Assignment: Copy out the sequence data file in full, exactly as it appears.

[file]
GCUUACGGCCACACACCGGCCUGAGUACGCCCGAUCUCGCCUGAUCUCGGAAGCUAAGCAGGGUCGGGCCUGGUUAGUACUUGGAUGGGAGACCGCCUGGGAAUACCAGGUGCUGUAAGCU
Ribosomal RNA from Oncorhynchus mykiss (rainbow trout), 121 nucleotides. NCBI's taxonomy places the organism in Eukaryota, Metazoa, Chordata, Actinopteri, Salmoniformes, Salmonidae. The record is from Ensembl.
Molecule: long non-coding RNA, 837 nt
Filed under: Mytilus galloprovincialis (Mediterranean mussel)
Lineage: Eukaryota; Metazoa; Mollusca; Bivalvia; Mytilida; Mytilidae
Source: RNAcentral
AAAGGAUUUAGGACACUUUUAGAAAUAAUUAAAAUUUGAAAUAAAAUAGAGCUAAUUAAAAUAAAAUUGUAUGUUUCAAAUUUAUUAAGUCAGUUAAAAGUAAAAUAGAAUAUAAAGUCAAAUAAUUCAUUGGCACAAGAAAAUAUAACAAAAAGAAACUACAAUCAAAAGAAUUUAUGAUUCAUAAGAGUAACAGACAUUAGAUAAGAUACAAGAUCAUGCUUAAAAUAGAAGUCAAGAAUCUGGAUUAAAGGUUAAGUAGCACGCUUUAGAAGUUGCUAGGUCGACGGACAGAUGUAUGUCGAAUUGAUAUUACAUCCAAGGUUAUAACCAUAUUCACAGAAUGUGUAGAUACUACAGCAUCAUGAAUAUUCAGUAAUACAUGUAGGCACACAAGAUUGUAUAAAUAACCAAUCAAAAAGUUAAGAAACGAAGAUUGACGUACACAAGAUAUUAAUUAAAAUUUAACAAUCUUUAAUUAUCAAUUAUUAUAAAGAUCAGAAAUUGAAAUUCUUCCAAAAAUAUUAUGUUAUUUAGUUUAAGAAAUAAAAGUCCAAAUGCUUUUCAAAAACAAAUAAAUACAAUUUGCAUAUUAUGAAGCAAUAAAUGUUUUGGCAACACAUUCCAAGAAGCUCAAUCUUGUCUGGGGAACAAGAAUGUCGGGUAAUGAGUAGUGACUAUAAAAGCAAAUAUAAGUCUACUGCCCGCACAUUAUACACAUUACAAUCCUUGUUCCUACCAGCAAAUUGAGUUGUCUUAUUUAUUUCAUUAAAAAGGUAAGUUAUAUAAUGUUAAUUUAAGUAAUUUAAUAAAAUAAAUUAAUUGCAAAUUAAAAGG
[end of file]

GCUUACGGCCACACACCGGCCUGAGUACGCCCGAUCUCGCCUGAUCUCGGAAGCUAAGCAGGGUCGGGCCUGGUUAGUACUUGGAUGGGAGACCGCCUGGGAAUACCAGGUGCUGUAAGCU
Ribosomal RNA from Oncorhynchus mykiss (rainbow trout), 121 nucleotides. NCBI's taxonomy places the organism in Eukaryota, Metazoa, Chordata, Actinopteri, Salmoniformes, Salmonidae. The record is from Ensembl.
Molecule: long non-coding RNA, 837 nt
Filed under: Mytilus galloprovincialis (Mediterranean mussel)
Lineage: Eukaryota; Metazoa; Mollusca; Bivalvia; Mytilida; Mytilidae
Source: RNAcentral
AAAGGAUUUAGGACACUUUUAGAAAUAAUUAAAAUUUGAAAUAAAAUAGAGCUAAUUAAAAUAAAAUUGUAUGUUUCAAAUUUAUUAAGUCAGUUAAAAGUAAAAUAGAAUAUAAAGUCAAAUAAUUCAUUGGCACAAGAAAAUAUAACAAAAAGAAACUACAAUCAAAAGAAUUUAUGAUUCAUAAGAGUAACAGACAUUAGAUAAGAUACAAGAUCAUGCUUAAAAUAGAAGUCAAGAAUCUGGAUUAAAGGUUAAGUAGCACGCUUUAGAAGUUGCUAGGUCGACGGACAGAUGUAUGUCGAAUUGAUAUUACAUCCAAGGUUAUAACCAUAUUCACAGAAUGUGUAGAUACUACAGCAUCAUGAAUAUUCAGUAAUACAUGUAGGCACACAAGAUUGUAUAAAUAACCAAUCAAAAAGUUAAGAAACGAAGAUUGACGUACACAAGAUAUUAAUUAAAAUUUAACAAUCUUUAAUUAUCAAUUAUUAUAAAGAUCAGAAAUUGAAAUUCUUCCAAAAAUAUUAUGUUAUUUAGUUUAAGAAAUAAAAGUCCAAAUGCUUUUCAAAAACAAAUAAAUACAAUUUGCAUAUUAUGAAGCAAUAAAUGUUUUGGCAACACAUUCCAAGAAGCUCAAUCUUGUCUGGGGAACAAGAAUGUCGGGUAAUGAGUAGUGACUAUAAAAGCAAAUAUAAGUCUACUGCCCGCACAUUAUACACAUUACAAUCCUUGUUCCUACCAGCAAAUUGAGUUGUCUUAUUUAUUUCAUUAAAAAGGUAAGUUAUAUAAUGUUAAUUUAAGUAAUUUAAUAAAAUAAAUUAAUUGCAAAUUAAAAGG